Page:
The 4 Paths to implementation in shipping
- Regulation & certification (ISM/ISPS/MLC/SOLAS etc.)
- Self-Assessment (TMSA, BMSA)
- Regulation, Framework & Incentivization (OPA 90, OCIMF SIRE)
- Best Management Practices (Anti-Piracy BMPs)
Best Management Practices actually was a very nice initiative by the industry; it is a very good example why you do not have to expect everything from the IMO. Moreover, let’s don’t forget that ISPS Code has failed! There is not better indication for that, than the raw data. The Code was issued back in December of 2002. However, how many commas or how many words have been revised since then? Zero. That’s why it failed.
Certainly, it is not the regulation per se or the framework, but the framework plus the incentivization Think about going nowadays to the United States without having properly implemented what you had to. For instance, you could not have a tanker without having fully implement what the oil major said. There is a huge incentivization in order to comply! Specifically, if tankers won’t apply an ISGOTT (International Safety Guide for Oil Tankers) guide properly, operators cannot have them vetted and subsequently not be selected by a client. In other words, they will be out of the business.
Thus, what can we learn from the aforesaid paths? There is a huge gap with respect to awareness.
Considering all incidents so far, from attacks recorded in the maritime industry (Saudi Aramco, IRISL, Maersk, Clarkson) until the recent data security breach of Facebook, we certainly need to better prepare for the unknown challenges ahead by applying lessons learned.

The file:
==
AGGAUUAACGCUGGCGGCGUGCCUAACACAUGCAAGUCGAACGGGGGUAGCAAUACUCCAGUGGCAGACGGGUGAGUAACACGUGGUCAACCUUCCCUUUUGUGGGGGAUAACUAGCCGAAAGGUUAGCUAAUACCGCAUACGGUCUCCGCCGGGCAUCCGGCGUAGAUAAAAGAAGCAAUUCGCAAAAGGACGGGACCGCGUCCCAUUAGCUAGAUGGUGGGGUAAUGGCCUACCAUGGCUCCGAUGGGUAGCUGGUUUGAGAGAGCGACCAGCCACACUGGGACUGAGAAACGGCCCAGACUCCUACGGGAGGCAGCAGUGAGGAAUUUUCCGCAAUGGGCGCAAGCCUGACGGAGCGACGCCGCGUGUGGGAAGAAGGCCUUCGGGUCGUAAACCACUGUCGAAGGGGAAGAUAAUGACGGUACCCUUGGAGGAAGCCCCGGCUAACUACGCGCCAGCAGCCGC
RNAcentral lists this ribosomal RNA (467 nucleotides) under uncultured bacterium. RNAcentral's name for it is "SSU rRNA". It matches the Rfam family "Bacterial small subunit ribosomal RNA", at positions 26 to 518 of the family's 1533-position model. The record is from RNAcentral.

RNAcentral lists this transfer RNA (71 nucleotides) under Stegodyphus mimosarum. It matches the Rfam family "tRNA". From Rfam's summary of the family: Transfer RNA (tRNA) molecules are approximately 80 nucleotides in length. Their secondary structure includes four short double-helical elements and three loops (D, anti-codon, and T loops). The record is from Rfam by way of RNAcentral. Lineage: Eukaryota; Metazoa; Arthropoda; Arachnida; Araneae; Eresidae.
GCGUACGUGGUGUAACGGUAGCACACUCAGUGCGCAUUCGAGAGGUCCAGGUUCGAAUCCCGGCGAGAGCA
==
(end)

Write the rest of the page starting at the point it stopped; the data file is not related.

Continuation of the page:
Saudi Aramco Case:
One of the computer technicians on Saudi Aramco's information technology team opened a scam email and clicked on a bad link.
- In a matter of hours, 35,000 computers were partially wiped or totally destroyed.
- Without a way to pay them, gasoline tank trucks seeking refills had to be turned away.
- Saudi Aramco's ability to supply 10% of the world's oil was suddenly stopped
Iranian Shipping Line (IRISL) Case:
A targeted attack occurred against Iranian Shipping Line (IRISL) in October 2015
- Damaged all date related to shipping rates, loading, cargo number, date and location
- Loss of company’s internal communications network
- Significant disruptions in operations, severe financial losses
At the end of June 2017 MAERSK was subject of a cyber-attack which caused major problems to operations and terminals worldwide. A computer virus, called GoldenEye or Petya, began its spread on Tuesday 27th June 17 in Ukraine and affected companies in dozens of countries. The virus entered into system as an employ answered an unidentified mail by clicking
- Several port terminals run by APM, including US, India, Spain, Netherlands, were struggling to revert to normal operations after experiencing massive disruptions.
- Dry cargo could not be delivered, and no container would be received. Several IT systems were shut down
- Cost of operations suspension and cargo damages approx 300 m$
- Cost of systems upgrading, and additional protected measures cannot be calculated yet
Clarkson Plc Case
Clarkson Plc faced a cyber security breach by unauthorized access which was gained via a single and isolated user account.
- Data & sensitive information lost
- Company’s share in market fell 2% after announcement of attack
Facebook data leak: A lesson on better data protection
Between 2013 and 2015: Cambridge Analytica harvested profile data from up to 87 million Facebook users, without those users’ permission, and used that data to build a massive targeted marketing database